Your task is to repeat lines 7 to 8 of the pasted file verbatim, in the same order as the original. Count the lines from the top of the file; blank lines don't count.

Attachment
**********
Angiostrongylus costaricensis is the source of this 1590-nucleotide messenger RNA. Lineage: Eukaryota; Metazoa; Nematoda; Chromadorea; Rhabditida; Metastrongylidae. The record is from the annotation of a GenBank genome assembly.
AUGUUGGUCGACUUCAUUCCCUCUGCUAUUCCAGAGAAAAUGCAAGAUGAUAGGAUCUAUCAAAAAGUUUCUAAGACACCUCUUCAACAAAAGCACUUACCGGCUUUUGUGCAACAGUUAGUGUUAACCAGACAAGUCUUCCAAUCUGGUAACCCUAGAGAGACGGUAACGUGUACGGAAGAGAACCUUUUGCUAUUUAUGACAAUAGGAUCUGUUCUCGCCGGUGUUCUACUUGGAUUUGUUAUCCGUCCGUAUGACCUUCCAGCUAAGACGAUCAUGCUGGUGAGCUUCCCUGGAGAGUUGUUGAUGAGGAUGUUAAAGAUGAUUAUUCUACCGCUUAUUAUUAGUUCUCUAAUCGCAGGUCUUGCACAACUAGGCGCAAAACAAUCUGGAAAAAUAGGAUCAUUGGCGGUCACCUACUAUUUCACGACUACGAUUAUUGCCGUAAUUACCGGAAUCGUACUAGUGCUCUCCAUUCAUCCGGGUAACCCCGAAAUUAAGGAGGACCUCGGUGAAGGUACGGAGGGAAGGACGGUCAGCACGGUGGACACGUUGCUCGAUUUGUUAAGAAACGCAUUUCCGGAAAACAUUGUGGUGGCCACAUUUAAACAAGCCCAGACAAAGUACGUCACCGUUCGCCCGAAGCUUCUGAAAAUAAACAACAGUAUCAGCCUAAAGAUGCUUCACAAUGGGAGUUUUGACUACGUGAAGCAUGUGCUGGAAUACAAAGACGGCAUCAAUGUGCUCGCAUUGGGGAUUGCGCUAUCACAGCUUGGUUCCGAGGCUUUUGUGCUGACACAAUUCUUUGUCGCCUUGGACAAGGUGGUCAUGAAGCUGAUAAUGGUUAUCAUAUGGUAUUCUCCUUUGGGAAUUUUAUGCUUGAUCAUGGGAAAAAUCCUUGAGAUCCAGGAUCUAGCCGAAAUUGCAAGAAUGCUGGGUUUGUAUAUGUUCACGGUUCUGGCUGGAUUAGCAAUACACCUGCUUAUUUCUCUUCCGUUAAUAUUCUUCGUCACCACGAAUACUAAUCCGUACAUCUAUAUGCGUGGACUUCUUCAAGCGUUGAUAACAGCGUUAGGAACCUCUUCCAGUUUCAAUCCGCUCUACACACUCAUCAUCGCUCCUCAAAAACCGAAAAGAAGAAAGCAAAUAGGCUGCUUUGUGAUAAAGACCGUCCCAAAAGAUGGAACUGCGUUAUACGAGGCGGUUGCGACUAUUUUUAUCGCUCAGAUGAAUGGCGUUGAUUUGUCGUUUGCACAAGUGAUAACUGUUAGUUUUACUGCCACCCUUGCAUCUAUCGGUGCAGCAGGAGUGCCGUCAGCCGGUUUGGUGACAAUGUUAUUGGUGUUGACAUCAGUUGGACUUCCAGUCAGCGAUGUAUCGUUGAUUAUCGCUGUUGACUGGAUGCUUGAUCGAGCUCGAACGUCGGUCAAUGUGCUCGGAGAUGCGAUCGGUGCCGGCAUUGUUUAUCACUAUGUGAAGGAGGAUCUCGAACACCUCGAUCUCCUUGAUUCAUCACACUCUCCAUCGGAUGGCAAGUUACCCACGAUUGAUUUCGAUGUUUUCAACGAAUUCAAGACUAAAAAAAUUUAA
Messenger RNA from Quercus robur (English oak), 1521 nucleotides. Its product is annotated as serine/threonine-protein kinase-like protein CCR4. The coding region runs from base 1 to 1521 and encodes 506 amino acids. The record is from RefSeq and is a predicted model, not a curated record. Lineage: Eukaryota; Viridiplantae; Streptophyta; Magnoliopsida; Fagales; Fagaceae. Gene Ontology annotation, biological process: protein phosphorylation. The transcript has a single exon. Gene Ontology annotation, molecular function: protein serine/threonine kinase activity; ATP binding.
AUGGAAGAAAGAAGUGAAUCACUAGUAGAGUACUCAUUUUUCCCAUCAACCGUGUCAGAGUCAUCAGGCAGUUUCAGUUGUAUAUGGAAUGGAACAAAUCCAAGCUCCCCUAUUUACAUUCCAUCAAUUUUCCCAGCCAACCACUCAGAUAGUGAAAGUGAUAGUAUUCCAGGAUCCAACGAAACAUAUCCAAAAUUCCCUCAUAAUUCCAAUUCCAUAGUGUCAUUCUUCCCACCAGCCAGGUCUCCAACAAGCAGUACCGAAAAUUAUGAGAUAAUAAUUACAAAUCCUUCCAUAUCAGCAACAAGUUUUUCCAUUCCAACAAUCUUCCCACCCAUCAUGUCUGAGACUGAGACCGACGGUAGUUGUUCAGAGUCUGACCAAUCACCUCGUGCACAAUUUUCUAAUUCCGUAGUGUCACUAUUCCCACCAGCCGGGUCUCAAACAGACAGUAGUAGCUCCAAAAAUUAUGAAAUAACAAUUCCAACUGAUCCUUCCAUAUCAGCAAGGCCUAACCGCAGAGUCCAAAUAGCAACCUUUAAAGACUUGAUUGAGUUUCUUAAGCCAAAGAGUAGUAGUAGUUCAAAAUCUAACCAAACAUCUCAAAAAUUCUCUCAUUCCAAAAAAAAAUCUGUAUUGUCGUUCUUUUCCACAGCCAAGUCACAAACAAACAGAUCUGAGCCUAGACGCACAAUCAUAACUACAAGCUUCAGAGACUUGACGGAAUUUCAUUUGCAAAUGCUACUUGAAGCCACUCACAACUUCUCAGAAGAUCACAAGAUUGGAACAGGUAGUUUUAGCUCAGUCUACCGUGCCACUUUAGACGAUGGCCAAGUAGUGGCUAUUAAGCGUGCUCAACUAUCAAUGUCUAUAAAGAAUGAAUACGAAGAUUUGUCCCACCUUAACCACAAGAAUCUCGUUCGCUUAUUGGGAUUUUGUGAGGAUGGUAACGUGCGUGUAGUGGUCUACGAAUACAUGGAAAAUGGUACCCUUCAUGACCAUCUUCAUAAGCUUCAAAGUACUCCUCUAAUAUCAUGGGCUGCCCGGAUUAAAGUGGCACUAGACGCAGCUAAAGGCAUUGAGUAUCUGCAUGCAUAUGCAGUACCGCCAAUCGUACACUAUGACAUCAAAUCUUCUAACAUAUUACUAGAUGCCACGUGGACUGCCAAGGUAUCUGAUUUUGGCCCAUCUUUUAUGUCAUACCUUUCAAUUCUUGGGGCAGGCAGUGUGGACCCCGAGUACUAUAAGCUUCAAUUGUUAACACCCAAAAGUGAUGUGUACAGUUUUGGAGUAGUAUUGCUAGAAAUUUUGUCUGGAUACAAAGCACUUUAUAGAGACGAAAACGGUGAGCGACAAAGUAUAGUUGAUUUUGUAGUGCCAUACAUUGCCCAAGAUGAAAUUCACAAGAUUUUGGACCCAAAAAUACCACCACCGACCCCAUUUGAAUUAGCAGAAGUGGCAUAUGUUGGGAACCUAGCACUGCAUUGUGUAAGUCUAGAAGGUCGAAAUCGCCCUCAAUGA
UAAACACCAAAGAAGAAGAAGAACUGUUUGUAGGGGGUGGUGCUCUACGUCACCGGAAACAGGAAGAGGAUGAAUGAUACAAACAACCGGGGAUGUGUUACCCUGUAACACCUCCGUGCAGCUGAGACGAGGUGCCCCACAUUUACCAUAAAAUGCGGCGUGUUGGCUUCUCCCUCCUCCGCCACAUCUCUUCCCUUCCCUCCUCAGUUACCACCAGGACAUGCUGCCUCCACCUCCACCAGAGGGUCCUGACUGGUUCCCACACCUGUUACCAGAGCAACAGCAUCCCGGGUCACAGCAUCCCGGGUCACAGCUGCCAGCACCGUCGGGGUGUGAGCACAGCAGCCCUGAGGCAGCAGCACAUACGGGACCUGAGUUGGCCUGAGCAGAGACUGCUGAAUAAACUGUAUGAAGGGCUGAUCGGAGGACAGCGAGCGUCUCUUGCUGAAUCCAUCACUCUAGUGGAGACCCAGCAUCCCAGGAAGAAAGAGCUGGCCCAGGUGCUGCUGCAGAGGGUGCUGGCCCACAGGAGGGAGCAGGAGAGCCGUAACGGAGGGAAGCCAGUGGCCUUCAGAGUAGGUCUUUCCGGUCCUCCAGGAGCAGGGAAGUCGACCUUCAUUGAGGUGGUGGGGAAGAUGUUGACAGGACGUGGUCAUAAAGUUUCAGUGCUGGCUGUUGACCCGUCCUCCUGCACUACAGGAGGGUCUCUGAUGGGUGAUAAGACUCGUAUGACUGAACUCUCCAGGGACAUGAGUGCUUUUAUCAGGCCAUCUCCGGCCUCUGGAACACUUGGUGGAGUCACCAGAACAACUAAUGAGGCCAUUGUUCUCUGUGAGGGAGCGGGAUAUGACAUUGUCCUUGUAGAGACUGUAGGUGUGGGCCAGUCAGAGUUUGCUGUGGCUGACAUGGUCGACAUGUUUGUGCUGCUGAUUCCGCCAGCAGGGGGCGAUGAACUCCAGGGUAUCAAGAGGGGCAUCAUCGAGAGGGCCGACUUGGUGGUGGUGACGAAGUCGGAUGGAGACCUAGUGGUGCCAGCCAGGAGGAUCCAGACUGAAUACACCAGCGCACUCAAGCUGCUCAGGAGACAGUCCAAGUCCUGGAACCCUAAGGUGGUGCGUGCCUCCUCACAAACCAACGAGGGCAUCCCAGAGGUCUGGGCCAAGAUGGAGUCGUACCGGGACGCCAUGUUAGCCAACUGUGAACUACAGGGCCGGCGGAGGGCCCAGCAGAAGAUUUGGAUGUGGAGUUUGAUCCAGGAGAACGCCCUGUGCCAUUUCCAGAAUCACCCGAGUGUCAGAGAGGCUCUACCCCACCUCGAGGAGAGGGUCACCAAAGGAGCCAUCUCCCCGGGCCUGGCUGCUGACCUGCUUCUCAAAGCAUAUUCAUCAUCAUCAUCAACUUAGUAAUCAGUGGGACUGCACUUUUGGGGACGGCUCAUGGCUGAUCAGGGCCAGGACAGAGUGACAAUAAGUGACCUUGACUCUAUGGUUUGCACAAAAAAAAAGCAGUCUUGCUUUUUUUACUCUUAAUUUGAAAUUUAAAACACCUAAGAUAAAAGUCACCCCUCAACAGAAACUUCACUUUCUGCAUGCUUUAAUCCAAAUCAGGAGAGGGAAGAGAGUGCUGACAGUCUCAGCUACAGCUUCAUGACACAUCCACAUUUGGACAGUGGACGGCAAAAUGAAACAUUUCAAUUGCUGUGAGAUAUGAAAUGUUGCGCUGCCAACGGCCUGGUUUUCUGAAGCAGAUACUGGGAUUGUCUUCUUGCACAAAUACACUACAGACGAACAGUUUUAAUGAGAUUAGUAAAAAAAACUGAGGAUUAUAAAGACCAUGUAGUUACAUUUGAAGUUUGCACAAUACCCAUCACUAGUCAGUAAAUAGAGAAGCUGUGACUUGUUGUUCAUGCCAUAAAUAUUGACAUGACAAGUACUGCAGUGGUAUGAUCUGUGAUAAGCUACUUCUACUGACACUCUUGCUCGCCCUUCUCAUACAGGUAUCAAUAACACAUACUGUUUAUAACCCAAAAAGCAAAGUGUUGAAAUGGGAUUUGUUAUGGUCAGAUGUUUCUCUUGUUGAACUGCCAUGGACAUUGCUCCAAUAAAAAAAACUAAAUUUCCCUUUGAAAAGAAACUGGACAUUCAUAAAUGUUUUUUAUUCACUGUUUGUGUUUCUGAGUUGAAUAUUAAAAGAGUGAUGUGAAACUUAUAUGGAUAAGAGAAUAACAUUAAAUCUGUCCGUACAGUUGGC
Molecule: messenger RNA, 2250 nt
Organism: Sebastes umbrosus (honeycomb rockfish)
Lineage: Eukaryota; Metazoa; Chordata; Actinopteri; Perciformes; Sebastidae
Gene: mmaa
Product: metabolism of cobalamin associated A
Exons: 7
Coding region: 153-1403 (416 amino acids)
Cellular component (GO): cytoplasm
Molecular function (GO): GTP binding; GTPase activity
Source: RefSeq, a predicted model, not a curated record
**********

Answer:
Organism: Sebastes umbrosus (honeycomb rockfish)
Lineage: Eukaryota; Metazoa; Chordata; Actinopteri; Perciformes; Sebastidae